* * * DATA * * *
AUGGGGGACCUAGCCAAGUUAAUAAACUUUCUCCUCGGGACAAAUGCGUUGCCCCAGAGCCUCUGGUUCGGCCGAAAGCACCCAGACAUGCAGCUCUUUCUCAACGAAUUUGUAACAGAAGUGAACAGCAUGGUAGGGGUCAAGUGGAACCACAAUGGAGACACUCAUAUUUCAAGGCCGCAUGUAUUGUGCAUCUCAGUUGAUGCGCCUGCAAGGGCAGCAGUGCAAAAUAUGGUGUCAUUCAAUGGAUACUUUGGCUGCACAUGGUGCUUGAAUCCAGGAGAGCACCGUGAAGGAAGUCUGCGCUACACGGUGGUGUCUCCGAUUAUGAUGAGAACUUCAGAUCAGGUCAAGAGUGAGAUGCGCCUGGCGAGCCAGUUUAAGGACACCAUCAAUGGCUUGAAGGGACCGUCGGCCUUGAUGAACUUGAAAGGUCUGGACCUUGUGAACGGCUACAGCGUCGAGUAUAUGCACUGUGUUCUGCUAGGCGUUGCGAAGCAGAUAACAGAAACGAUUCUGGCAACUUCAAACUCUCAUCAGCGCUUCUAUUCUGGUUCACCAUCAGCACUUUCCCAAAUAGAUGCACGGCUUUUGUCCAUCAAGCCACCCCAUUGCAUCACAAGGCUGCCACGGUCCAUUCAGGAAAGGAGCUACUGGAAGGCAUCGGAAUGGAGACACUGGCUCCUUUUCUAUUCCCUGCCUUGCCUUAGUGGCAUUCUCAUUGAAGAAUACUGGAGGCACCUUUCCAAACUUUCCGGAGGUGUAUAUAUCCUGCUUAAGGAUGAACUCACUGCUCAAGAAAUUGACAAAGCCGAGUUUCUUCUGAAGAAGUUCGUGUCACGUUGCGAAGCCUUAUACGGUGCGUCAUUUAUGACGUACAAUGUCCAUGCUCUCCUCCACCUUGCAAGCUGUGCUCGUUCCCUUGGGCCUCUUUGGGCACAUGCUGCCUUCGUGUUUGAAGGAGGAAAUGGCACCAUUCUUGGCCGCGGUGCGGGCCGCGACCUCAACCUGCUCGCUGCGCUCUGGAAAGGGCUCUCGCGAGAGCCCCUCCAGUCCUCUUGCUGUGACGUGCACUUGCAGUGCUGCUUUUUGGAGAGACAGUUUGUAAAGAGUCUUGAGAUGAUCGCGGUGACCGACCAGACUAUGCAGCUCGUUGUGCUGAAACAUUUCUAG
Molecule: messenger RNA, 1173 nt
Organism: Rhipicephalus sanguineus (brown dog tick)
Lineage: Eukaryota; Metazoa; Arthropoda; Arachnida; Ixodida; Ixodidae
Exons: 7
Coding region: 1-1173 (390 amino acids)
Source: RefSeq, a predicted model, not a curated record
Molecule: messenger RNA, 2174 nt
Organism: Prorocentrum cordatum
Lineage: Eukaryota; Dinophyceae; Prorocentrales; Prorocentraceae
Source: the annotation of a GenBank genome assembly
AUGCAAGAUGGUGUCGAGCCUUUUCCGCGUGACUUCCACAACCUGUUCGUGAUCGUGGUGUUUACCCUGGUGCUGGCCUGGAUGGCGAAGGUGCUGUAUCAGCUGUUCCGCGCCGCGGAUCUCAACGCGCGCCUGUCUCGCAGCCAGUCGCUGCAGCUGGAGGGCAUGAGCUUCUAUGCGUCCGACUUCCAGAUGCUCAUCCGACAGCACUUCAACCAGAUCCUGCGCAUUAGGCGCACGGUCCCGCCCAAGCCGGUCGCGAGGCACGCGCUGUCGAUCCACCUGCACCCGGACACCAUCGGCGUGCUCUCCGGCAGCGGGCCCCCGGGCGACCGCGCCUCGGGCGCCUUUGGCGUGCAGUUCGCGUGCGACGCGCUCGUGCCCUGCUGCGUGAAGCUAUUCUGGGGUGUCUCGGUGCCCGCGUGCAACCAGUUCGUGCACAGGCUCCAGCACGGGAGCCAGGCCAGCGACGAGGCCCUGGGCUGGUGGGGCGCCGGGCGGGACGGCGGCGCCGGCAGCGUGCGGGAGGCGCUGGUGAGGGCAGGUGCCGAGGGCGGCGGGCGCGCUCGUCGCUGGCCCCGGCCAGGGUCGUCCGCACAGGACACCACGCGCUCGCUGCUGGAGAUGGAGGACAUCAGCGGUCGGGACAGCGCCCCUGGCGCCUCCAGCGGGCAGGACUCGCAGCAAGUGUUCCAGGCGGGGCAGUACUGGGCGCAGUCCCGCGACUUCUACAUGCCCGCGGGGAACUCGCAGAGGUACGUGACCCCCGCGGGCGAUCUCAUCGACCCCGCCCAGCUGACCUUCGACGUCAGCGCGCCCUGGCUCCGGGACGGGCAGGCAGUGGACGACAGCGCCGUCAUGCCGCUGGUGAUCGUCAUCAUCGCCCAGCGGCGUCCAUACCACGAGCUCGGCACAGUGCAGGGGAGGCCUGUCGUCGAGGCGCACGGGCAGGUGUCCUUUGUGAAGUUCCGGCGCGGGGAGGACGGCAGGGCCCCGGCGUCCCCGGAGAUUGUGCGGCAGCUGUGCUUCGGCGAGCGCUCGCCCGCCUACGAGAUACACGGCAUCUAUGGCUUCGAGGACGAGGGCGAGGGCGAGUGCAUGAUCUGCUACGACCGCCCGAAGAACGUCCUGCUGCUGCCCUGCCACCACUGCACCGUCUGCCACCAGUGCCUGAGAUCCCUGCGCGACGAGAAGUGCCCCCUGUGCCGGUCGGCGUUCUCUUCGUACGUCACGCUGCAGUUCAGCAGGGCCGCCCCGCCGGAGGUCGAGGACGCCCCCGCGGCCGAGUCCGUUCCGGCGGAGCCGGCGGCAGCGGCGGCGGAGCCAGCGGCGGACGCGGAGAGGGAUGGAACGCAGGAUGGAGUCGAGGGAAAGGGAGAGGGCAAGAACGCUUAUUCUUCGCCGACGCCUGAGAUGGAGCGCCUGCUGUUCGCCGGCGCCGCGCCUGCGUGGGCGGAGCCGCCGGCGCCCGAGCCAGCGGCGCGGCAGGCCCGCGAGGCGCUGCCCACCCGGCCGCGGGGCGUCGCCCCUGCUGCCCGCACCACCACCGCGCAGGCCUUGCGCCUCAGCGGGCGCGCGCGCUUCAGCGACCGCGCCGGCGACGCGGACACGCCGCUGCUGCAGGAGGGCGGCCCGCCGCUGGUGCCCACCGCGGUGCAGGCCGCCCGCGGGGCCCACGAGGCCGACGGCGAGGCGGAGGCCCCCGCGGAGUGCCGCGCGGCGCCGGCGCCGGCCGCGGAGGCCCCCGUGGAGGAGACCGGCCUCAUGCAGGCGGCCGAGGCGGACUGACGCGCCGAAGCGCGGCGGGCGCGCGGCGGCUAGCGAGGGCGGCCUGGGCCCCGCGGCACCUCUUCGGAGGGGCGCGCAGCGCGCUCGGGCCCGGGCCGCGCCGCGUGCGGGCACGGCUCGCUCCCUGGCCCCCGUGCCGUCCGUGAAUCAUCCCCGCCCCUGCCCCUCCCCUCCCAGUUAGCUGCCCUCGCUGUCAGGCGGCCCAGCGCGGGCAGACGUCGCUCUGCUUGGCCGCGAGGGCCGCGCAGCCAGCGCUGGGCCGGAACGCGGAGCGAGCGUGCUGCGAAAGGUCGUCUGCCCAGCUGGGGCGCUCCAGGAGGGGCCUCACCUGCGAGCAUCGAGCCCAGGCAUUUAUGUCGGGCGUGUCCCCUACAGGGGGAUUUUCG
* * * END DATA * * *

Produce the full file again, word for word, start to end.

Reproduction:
AUGGGGGACCUAGCCAAGUUAAUAAACUUUCUCCUCGGGACAAAUGCGUUGCCCCAGAGCCUCUGGUUCGGCCGAAAGCACCCAGACAUGCAGCUCUUUCUCAACGAAUUUGUAACAGAAGUGAACAGCAUGGUAGGGGUCAAGUGGAACCACAAUGGAGACACUCAUAUUUCAAGGCCGCAUGUAUUGUGCAUCUCAGUUGAUGCGCCUGCAAGGGCAGCAGUGCAAAAUAUGGUGUCAUUCAAUGGAUACUUUGGCUGCACAUGGUGCUUGAAUCCAGGAGAGCACCGUGAAGGAAGUCUGCGCUACACGGUGGUGUCUCCGAUUAUGAUGAGAACUUCAGAUCAGGUCAAGAGUGAGAUGCGCCUGGCGAGCCAGUUUAAGGACACCAUCAAUGGCUUGAAGGGACCGUCGGCCUUGAUGAACUUGAAAGGUCUGGACCUUGUGAACGGCUACAGCGUCGAGUAUAUGCACUGUGUUCUGCUAGGCGUUGCGAAGCAGAUAACAGAAACGAUUCUGGCAACUUCAAACUCUCAUCAGCGCUUCUAUUCUGGUUCACCAUCAGCACUUUCCCAAAUAGAUGCACGGCUUUUGUCCAUCAAGCCACCCCAUUGCAUCACAAGGCUGCCACGGUCCAUUCAGGAAAGGAGCUACUGGAAGGCAUCGGAAUGGAGACACUGGCUCCUUUUCUAUUCCCUGCCUUGCCUUAGUGGCAUUCUCAUUGAAGAAUACUGGAGGCACCUUUCCAAACUUUCCGGAGGUGUAUAUAUCCUGCUUAAGGAUGAACUCACUGCUCAAGAAAUUGACAAAGCCGAGUUUCUUCUGAAGAAGUUCGUGUCACGUUGCGAAGCCUUAUACGGUGCGUCAUUUAUGACGUACAAUGUCCAUGCUCUCCUCCACCUUGCAAGCUGUGCUCGUUCCCUUGGGCCUCUUUGGGCACAUGCUGCCUUCGUGUUUGAAGGAGGAAAUGGCACCAUUCUUGGCCGCGGUGCGGGCCGCGACCUCAACCUGCUCGCUGCGCUCUGGAAAGGGCUCUCGCGAGAGCCCCUCCAGUCCUCUUGCUGUGACGUGCACUUGCAGUGCUGCUUUUUGGAGAGACAGUUUGUAAAGAGUCUUGAGAUGAUCGCGGUGACCGACCAGACUAUGCAGCUCGUUGUGCUGAAACAUUUCUAG
Molecule: messenger RNA, 1173 nt
Organism: Rhipicephalus sanguineus (brown dog tick)
Lineage: Eukaryota; Metazoa; Arthropoda; Arachnida; Ixodida; Ixodidae
Exons: 7
Coding region: 1-1173 (390 amino acids)
Source: RefSeq, a predicted model, not a curated record
Molecule: messenger RNA, 2174 nt
Organism: Prorocentrum cordatum
Lineage: Eukaryota; Dinophyceae; Prorocentrales; Prorocentraceae
Source: the annotation of a GenBank genome assembly
AUGCAAGAUGGUGUCGAGCCUUUUCCGCGUGACUUCCACAACCUGUUCGUGAUCGUGGUGUUUACCCUGGUGCUGGCCUGGAUGGCGAAGGUGCUGUAUCAGCUGUUCCGCGCCGCGGAUCUCAACGCGCGCCUGUCUCGCAGCCAGUCGCUGCAGCUGGAGGGCAUGAGCUUCUAUGCGUCCGACUUCCAGAUGCUCAUCCGACAGCACUUCAACCAGAUCCUGCGCAUUAGGCGCACGGUCCCGCCCAAGCCGGUCGCGAGGCACGCGCUGUCGAUCCACCUGCACCCGGACACCAUCGGCGUGCUCUCCGGCAGCGGGCCCCCGGGCGACCGCGCCUCGGGCGCCUUUGGCGUGCAGUUCGCGUGCGACGCGCUCGUGCCCUGCUGCGUGAAGCUAUUCUGGGGUGUCUCGGUGCCCGCGUGCAACCAGUUCGUGCACAGGCUCCAGCACGGGAGCCAGGCCAGCGACGAGGCCCUGGGCUGGUGGGGCGCCGGGCGGGACGGCGGCGCCGGCAGCGUGCGGGAGGCGCUGGUGAGGGCAGGUGCCGAGGGCGGCGGGCGCGCUCGUCGCUGGCCCCGGCCAGGGUCGUCCGCACAGGACACCACGCGCUCGCUGCUGGAGAUGGAGGACAUCAGCGGUCGGGACAGCGCCCCUGGCGCCUCCAGCGGGCAGGACUCGCAGCAAGUGUUCCAGGCGGGGCAGUACUGGGCGCAGUCCCGCGACUUCUACAUGCCCGCGGGGAACUCGCAGAGGUACGUGACCCCCGCGGGCGAUCUCAUCGACCCCGCCCAGCUGACCUUCGACGUCAGCGCGCCCUGGCUCCGGGACGGGCAGGCAGUGGACGACAGCGCCGUCAUGCCGCUGGUGAUCGUCAUCAUCGCCCAGCGGCGUCCAUACCACGAGCUCGGCACAGUGCAGGGGAGGCCUGUCGUCGAGGCGCACGGGCAGGUGUCCUUUGUGAAGUUCCGGCGCGGGGAGGACGGCAGGGCCCCGGCGUCCCCGGAGAUUGUGCGGCAGCUGUGCUUCGGCGAGCGCUCGCCCGCCUACGAGAUACACGGCAUCUAUGGCUUCGAGGACGAGGGCGAGGGCGAGUGCAUGAUCUGCUACGACCGCCCGAAGAACGUCCUGCUGCUGCCCUGCCACCACUGCACCGUCUGCCACCAGUGCCUGAGAUCCCUGCGCGACGAGAAGUGCCCCCUGUGCCGGUCGGCGUUCUCUUCGUACGUCACGCUGCAGUUCAGCAGGGCCGCCCCGCCGGAGGUCGAGGACGCCCCCGCGGCCGAGUCCGUUCCGGCGGAGCCGGCGGCAGCGGCGGCGGAGCCAGCGGCGGACGCGGAGAGGGAUGGAACGCAGGAUGGAGUCGAGGGAAAGGGAGAGGGCAAGAACGCUUAUUCUUCGCCGACGCCUGAGAUGGAGCGCCUGCUGUUCGCCGGCGCCGCGCCUGCGUGGGCGGAGCCGCCGGCGCCCGAGCCAGCGGCGCGGCAGGCCCGCGAGGCGCUGCCCACCCGGCCGCGGGGCGUCGCCCCUGCUGCCCGCACCACCACCGCGCAGGCCUUGCGCCUCAGCGGGCGCGCGCGCUUCAGCGACCGCGCCGGCGACGCGGACACGCCGCUGCUGCAGGAGGGCGGCCCGCCGCUGGUGCCCACCGCGGUGCAGGCCGCCCGCGGGGCCCACGAGGCCGACGGCGAGGCGGAGGCCCCCGCGGAGUGCCGCGCGGCGCCGGCGCCGGCCGCGGAGGCCCCCGUGGAGGAGACCGGCCUCAUGCAGGCGGCCGAGGCGGACUGACGCGCCGAAGCGCGGCGGGCGCGCGGCGGCUAGCGAGGGCGGCCUGGGCCCCGCGGCACCUCUUCGGAGGGGCGCGCAGCGCGCUCGGGCCCGGGCCGCGCCGCGUGCGGGCACGGCUCGCUCCCUGGCCCCCGUGCCGUCCGUGAAUCAUCCCCGCCCCUGCCCCUCCCCUCCCAGUUAGCUGCCCUCGCUGUCAGGCGGCCCAGCGCGGGCAGACGUCGCUCUGCUUGGCCGCGAGGGCCGCGCAGCCAGCGCUGGGCCGGAACGCGGAGCGAGCGUGCUGCGAAAGGUCGUCUGCCCAGCUGGGGCGCUCCAGGAGGGGCCUCACCUGCGAGCAUCGAGCCCAGGCAUUUAUGUCGGGCGUGUCCCCUACAGGGGGAUUUUCG